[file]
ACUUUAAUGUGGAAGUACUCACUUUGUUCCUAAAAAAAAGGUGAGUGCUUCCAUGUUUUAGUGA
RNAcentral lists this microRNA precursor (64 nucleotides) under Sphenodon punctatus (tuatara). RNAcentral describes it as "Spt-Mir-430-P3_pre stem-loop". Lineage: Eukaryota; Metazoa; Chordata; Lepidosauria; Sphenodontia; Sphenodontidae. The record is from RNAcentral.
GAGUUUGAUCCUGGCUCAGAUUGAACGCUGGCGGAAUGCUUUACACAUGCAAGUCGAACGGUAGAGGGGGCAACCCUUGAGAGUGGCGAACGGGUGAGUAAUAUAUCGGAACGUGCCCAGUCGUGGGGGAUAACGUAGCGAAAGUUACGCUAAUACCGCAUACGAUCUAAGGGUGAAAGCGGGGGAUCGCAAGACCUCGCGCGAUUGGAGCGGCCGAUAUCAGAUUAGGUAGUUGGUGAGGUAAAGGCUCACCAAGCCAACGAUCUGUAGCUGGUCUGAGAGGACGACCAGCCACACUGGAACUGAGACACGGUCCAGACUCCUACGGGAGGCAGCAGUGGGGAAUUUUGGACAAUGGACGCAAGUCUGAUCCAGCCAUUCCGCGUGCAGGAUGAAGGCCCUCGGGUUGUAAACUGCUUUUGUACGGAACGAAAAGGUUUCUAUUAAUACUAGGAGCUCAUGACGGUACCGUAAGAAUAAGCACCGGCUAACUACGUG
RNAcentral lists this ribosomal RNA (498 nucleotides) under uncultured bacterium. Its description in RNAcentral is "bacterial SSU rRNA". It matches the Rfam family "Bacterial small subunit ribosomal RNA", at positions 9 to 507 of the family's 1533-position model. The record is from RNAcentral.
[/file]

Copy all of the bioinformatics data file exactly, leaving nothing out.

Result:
ACUUUAAUGUGGAAGUACUCACUUUGUUCCUAAAAAAAAGGUGAGUGCUUCCAUGUUUUAGUGA
RNAcentral lists this microRNA precursor (64 nucleotides) under Sphenodon punctatus (tuatara). RNAcentral describes it as "Spt-Mir-430-P3_pre stem-loop". Lineage: Eukaryota; Metazoa; Chordata; Lepidosauria; Sphenodontia; Sphenodontidae. The record is from RNAcentral.
GAGUUUGAUCCUGGCUCAGAUUGAACGCUGGCGGAAUGCUUUACACAUGCAAGUCGAACGGUAGAGGGGGCAACCCUUGAGAGUGGCGAACGGGUGAGUAAUAUAUCGGAACGUGCCCAGUCGUGGGGGAUAACGUAGCGAAAGUUACGCUAAUACCGCAUACGAUCUAAGGGUGAAAGCGGGGGAUCGCAAGACCUCGCGCGAUUGGAGCGGCCGAUAUCAGAUUAGGUAGUUGGUGAGGUAAAGGCUCACCAAGCCAACGAUCUGUAGCUGGUCUGAGAGGACGACCAGCCACACUGGAACUGAGACACGGUCCAGACUCCUACGGGAGGCAGCAGUGGGGAAUUUUGGACAAUGGACGCAAGUCUGAUCCAGCCAUUCCGCGUGCAGGAUGAAGGCCCUCGGGUUGUAAACUGCUUUUGUACGGAACGAAAAGGUUUCUAUUAAUACUAGGAGCUCAUGACGGUACCGUAAGAAUAAGCACCGGCUAACUACGUG
RNAcentral lists this ribosomal RNA (498 nucleotides) under uncultured bacterium. Its description in RNAcentral is "bacterial SSU rRNA". It matches the Rfam family "Bacterial small subunit ribosomal RNA", at positions 9 to 507 of the family's 1533-position model. The record is from RNAcentral.